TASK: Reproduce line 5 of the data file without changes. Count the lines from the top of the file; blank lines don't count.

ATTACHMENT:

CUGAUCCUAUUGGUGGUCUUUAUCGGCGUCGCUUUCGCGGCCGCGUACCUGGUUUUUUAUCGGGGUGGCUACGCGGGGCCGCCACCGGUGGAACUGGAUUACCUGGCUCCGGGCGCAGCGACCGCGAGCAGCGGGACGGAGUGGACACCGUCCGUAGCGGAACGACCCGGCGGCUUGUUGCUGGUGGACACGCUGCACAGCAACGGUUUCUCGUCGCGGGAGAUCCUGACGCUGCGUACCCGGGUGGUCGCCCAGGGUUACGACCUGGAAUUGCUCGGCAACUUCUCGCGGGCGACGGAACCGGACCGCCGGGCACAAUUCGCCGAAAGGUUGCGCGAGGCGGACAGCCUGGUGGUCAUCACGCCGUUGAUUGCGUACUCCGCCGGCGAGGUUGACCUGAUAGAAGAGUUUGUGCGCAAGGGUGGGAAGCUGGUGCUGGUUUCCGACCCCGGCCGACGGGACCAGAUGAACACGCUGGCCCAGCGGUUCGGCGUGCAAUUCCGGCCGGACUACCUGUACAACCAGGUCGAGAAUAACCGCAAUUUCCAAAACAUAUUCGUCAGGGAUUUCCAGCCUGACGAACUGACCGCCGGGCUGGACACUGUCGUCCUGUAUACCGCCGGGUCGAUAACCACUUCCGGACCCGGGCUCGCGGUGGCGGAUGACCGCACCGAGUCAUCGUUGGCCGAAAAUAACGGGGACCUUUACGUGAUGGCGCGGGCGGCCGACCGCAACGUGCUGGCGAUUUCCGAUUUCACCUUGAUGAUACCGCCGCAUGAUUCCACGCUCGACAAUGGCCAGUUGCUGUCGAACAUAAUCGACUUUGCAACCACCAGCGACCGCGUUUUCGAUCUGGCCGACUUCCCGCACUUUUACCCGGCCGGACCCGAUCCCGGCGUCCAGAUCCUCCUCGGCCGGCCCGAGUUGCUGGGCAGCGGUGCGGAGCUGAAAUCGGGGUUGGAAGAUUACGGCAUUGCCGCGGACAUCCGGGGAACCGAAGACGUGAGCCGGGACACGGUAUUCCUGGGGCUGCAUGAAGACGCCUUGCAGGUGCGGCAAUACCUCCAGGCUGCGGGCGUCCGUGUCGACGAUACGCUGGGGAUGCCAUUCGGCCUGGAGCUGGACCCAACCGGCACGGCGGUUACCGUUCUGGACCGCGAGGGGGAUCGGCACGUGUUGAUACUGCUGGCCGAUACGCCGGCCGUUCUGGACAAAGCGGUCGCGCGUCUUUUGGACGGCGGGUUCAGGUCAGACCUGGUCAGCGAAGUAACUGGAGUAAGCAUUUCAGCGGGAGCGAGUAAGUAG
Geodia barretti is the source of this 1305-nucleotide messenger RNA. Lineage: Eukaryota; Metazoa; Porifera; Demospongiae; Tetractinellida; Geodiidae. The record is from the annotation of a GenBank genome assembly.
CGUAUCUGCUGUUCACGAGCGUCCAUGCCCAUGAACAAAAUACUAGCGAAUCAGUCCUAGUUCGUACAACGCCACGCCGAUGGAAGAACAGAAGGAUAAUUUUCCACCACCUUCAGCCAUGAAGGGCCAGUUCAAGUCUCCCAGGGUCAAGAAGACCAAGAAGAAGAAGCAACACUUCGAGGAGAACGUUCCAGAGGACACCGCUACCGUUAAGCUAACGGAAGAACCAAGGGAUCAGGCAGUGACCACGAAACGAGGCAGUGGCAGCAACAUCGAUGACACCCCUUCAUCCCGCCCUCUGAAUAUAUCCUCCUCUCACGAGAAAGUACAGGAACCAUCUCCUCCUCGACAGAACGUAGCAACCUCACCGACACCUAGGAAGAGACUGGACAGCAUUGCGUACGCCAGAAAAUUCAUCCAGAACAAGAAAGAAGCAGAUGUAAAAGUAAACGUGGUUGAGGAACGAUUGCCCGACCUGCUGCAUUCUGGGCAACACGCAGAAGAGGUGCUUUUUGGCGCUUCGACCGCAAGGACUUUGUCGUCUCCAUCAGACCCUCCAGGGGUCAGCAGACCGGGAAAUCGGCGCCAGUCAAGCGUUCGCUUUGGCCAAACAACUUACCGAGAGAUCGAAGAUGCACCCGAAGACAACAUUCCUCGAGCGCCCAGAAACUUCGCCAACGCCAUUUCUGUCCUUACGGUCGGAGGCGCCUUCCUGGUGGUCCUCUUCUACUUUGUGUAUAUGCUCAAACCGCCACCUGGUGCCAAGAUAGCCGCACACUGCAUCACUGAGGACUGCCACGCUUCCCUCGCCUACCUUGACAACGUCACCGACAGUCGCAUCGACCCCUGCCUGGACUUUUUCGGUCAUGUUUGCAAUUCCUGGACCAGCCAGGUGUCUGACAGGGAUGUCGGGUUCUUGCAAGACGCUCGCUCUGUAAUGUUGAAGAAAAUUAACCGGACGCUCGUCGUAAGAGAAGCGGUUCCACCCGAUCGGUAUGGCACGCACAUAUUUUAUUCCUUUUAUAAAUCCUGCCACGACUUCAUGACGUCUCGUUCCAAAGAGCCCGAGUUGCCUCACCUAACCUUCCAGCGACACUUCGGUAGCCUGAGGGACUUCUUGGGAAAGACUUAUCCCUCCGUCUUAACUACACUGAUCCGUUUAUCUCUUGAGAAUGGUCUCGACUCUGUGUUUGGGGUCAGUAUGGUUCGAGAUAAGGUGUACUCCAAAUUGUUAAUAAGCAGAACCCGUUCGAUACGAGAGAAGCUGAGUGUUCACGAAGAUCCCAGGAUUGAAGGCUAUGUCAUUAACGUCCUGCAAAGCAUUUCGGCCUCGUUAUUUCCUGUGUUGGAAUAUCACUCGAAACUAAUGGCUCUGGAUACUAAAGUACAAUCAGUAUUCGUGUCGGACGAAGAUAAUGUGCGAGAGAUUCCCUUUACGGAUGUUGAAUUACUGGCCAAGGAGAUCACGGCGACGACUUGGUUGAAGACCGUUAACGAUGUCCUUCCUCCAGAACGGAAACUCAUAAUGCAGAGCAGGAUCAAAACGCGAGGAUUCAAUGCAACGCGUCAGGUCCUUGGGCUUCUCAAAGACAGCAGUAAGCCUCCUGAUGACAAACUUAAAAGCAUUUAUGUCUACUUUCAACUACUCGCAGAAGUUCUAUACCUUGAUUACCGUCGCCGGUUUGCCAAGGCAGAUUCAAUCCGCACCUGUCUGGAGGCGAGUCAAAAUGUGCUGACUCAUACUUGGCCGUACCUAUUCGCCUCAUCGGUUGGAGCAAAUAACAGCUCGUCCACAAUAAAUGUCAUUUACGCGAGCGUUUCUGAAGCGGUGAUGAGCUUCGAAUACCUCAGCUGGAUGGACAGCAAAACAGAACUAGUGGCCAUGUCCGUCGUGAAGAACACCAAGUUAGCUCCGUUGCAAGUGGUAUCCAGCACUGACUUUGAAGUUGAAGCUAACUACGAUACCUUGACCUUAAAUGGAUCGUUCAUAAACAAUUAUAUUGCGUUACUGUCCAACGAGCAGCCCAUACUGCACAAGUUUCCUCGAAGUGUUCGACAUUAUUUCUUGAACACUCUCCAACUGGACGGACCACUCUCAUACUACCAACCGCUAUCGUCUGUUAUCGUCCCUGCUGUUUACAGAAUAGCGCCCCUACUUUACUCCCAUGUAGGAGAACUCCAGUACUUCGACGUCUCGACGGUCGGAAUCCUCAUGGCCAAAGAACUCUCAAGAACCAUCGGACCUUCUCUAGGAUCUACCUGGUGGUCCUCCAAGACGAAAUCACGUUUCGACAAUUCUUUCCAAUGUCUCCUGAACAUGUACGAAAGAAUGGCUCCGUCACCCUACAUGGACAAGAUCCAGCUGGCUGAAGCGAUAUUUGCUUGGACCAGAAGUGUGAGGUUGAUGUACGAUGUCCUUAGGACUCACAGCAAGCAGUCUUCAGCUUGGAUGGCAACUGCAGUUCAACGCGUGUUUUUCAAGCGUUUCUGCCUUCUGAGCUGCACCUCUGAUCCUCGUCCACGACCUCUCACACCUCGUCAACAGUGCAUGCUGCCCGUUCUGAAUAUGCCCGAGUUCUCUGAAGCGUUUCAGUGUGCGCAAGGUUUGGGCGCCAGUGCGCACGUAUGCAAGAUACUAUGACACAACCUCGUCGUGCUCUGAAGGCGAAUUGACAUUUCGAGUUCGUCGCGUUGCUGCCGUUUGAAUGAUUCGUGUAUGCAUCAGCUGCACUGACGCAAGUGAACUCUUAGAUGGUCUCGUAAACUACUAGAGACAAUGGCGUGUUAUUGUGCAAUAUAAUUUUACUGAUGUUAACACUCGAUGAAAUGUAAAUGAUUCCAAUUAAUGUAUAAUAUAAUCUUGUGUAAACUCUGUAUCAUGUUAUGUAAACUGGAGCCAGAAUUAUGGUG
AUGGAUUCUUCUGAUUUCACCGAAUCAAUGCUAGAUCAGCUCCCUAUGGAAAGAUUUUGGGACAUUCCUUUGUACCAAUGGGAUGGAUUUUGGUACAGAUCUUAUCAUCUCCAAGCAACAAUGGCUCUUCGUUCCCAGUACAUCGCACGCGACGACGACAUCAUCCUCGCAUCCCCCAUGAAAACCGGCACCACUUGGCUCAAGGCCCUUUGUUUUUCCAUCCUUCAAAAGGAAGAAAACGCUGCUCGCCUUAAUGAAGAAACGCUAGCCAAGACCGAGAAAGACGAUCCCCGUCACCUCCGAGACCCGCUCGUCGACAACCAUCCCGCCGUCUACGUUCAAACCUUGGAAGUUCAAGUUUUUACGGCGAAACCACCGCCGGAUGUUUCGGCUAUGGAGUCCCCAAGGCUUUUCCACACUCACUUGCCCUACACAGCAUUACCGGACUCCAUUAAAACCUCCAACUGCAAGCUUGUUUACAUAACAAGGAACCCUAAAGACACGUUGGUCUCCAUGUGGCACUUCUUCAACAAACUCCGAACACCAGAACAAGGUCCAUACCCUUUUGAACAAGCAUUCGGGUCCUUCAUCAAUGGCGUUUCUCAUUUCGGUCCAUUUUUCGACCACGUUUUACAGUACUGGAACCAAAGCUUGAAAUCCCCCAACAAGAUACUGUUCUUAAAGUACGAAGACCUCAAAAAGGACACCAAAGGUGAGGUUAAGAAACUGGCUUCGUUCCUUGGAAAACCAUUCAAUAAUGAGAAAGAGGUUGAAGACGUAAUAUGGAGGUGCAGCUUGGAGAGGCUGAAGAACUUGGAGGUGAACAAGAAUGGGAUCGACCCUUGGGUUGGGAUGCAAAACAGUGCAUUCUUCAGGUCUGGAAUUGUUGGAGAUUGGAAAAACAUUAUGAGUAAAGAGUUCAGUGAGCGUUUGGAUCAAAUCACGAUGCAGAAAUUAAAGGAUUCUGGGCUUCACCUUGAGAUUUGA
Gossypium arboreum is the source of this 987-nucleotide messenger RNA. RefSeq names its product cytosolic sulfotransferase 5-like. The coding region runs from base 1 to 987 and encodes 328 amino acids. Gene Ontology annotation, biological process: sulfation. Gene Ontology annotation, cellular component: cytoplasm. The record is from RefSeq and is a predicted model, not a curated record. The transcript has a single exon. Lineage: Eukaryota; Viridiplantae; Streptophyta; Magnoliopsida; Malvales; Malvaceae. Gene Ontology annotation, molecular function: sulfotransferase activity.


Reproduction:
Gossypium arboreum is the source of this 987-nucleotide messenger RNA. RefSeq names its product cytosolic sulfotransferase 5-like. The coding region runs from base 1 to 987 and encodes 328 amino acids. Gene Ontology annotation, biological process: sulfation. Gene Ontology annotation, cellular component: cytoplasm. The record is from RefSeq and is a predicted model, not a curated record. The transcript has a single exon. Lineage: Eukaryota; Viridiplantae; Streptophyta; Magnoliopsida; Malvales; Malvaceae. Gene Ontology annotation, molecular function: sulfotransferase activity.